KFL&A Public Health urges residents to get their influenza immunization

The time to get influenza vaccines is now, before the influenza season starts, according to KFL&A Public Health.

The sooner that a person is immunized against influenza, the sooner they are protected from this contagious and potentially dangerous illness, according to a release dated Thursday, Oct. 8, 2020.  It is also important to get immunized in order to protect vulnerable people such as the elderly and those who are too young to be immunized. KFL&A Public Health recommends that all KFL&A area residents, not just the young and the elderly, get immunized as soon as the vaccine becomes available. 

“You get the greatest protection by being immunized before the influenza season starts. Waiting to be immunized until influenza is in our community is too late,” said Dr. Kieran Moore, Medical Officer of Health for KFL&A Public Health.  “The only way to ensure that a person is protected is to get the vaccine and to get immunized as soon as the vaccine is available.”

The influenza season usually begins in December and peaks during January or February, according to KFL&A Public Health. As it takes about two weeks after vaccination to develop antibodies that protect against influenza, Public Health advises it is best to get vaccinated well before the virus begins circulating in the community.

“Influenza immunization is the safest, most effective and best defense for keeping people healthy during the influenza season,” said Dr. Moore.  “Everyone who is six months of age and older is eligible for annual influenza immunization. It is especially important that those at high risk for influenza-related complications such as those with chronic diseases or those who live or work with people who are at high risk for complications, hospitalizations or death, receive influenza vaccine.”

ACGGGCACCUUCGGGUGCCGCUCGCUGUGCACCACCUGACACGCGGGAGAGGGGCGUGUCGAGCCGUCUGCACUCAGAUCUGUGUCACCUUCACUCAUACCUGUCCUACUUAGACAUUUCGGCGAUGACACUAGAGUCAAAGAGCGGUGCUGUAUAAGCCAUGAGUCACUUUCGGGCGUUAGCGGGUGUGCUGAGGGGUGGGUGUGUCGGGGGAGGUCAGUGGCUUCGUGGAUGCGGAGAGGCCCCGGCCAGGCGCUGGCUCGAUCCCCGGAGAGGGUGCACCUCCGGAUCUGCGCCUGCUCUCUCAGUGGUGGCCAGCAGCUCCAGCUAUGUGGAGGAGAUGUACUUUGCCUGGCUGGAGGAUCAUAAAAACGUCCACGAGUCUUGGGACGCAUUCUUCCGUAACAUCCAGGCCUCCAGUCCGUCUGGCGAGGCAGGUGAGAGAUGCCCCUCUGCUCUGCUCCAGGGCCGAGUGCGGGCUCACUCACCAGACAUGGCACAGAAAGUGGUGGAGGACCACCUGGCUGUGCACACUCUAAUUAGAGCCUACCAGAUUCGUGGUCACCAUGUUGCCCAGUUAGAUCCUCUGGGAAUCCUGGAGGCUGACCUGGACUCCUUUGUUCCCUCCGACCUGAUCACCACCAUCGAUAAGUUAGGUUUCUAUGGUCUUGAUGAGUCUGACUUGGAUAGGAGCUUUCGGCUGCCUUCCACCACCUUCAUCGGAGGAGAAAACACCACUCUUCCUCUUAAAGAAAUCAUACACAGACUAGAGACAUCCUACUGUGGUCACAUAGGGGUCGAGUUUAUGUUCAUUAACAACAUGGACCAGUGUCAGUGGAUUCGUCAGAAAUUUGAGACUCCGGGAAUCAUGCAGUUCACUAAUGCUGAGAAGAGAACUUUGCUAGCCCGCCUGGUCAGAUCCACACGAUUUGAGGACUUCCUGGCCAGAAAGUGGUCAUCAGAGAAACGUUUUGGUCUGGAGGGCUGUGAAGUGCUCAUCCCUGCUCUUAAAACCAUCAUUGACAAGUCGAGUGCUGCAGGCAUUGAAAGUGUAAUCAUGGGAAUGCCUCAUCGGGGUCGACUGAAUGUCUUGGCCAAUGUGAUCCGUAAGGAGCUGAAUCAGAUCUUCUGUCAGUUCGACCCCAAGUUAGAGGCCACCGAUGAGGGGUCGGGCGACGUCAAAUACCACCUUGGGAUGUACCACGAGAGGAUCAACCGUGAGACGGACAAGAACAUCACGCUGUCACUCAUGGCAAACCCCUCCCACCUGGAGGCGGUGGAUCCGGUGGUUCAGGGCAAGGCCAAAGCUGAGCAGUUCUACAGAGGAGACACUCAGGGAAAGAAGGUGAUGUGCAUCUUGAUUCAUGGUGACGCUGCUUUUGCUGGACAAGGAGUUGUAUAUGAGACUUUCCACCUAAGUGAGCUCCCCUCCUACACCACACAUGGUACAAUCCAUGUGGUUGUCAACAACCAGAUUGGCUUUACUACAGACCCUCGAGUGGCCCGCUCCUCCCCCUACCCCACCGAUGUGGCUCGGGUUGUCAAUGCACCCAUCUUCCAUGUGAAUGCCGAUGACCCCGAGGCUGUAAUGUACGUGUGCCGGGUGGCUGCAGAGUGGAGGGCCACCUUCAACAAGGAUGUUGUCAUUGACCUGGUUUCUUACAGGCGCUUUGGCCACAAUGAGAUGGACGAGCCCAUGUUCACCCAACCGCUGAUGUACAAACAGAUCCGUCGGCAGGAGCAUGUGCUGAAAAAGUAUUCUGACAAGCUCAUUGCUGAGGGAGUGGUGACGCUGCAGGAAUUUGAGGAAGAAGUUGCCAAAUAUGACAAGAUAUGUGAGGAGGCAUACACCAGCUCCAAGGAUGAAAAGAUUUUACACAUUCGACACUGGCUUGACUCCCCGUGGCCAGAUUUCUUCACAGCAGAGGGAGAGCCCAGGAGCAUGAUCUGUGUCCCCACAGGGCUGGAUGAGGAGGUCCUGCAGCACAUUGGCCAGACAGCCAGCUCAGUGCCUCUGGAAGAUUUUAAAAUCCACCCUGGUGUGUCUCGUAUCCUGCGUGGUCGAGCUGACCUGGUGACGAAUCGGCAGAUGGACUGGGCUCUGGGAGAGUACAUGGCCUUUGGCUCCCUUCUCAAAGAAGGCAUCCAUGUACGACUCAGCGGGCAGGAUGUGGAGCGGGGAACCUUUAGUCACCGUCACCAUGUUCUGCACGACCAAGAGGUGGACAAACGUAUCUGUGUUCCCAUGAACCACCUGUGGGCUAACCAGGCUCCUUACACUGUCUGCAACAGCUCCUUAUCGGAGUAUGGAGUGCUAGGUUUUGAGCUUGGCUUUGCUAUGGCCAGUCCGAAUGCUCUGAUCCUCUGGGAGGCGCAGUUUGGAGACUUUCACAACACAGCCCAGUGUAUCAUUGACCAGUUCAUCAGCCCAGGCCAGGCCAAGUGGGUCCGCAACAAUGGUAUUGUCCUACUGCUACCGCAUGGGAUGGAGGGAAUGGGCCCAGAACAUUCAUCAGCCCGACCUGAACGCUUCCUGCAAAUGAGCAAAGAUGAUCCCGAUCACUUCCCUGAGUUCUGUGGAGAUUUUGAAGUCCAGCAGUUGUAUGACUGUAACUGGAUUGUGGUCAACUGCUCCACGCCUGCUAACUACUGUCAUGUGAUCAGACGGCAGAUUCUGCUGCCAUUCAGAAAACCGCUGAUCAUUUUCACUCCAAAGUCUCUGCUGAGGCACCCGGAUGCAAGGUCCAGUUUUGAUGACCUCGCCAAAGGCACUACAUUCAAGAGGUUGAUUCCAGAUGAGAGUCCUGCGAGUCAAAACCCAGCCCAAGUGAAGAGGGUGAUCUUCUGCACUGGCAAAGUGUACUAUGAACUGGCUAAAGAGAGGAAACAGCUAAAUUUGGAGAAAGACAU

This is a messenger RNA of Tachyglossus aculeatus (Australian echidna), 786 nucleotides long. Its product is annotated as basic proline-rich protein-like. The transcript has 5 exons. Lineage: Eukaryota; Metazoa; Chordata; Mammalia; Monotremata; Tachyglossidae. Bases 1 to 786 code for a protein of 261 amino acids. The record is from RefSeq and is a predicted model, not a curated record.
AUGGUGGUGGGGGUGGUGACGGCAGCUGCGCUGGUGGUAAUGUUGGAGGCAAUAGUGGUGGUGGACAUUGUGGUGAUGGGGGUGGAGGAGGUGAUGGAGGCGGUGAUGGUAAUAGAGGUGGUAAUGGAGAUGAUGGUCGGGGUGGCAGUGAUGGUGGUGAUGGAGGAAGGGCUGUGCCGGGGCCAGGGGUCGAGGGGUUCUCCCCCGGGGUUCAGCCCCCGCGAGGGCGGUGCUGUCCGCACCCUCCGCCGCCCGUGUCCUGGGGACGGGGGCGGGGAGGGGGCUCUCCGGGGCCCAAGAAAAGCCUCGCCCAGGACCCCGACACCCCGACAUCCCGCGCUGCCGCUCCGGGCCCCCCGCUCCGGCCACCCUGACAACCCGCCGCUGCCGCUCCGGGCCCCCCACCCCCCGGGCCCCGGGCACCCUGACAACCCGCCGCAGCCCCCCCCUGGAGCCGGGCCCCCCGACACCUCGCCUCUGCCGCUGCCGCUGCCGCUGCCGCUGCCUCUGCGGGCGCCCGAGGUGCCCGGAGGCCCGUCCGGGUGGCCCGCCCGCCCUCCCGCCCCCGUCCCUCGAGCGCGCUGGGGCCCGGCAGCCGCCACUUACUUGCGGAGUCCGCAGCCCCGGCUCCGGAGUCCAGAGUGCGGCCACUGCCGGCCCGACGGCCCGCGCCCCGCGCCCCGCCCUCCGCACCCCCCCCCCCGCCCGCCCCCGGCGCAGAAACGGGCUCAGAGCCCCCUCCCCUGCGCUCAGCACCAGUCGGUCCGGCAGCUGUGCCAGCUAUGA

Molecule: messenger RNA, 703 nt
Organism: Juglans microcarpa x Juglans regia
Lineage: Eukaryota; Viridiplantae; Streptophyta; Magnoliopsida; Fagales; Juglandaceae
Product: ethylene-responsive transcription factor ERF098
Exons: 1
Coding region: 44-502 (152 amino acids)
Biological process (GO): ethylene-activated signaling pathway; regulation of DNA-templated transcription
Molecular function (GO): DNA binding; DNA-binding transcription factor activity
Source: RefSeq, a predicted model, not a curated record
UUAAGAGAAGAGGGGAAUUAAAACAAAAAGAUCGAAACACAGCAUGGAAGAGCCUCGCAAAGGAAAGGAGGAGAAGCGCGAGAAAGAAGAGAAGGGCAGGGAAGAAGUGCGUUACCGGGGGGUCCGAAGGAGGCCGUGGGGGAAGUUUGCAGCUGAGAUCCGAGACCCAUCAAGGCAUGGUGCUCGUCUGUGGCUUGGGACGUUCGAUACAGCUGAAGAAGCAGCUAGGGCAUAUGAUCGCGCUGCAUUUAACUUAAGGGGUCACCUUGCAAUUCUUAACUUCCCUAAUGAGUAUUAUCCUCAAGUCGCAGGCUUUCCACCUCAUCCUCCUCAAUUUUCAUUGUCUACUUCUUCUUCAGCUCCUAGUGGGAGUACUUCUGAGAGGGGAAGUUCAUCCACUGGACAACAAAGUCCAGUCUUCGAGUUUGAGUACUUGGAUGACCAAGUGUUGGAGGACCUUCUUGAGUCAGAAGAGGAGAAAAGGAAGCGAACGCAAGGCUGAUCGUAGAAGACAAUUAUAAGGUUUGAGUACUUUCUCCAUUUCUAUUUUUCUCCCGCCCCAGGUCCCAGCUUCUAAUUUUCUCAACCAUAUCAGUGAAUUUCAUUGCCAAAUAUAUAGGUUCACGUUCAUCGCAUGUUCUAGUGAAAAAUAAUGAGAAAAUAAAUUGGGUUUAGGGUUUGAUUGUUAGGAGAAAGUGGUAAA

The influenza vaccine does not cause influenza, says KFL&A Public Health. Most people have no reaction at all to influenza vaccine, and almost all of those who do have only minor side effects, such as a sore arm or mild fever. 

“Getting your flu shot helps to prevent hospitalizations and a large impact on the local health care system.” said Dr. Moore. “Now more than ever we need every spare bed to protect any individuals that may need hospitalization due to COVID-19.” 

KFL&A shared where residents can get an influenza immunization. Influenza immunizations are available to residents 6 months of age and older, and are available from:

  • Your primary care provider or family doctor
  • Your local pharmacist
  • KFL&A Public Health has flu clinics, beginning in October. Clinics are for children 5 years old without a family doctor, individuals at high-risk for influenza complications without a family doctor, and individuals without Ontario Health Insurance Plan (OHIP). Clinics are by appointment only. 

One thought on “KFL&A Public Health urges residents to get their influenza immunization

  • And it would be really nice if enough doses for seniors arrived in a timely way, and if we could register ahead of time.
    As it stands now, no pharmacist I contacted knew when the next batch of doses would arrive, just said call back next week, and keep trying, to register, and in fact, the first batch of doses were all gone in the first two hours.
    This is quite frustrating and very inefficient.

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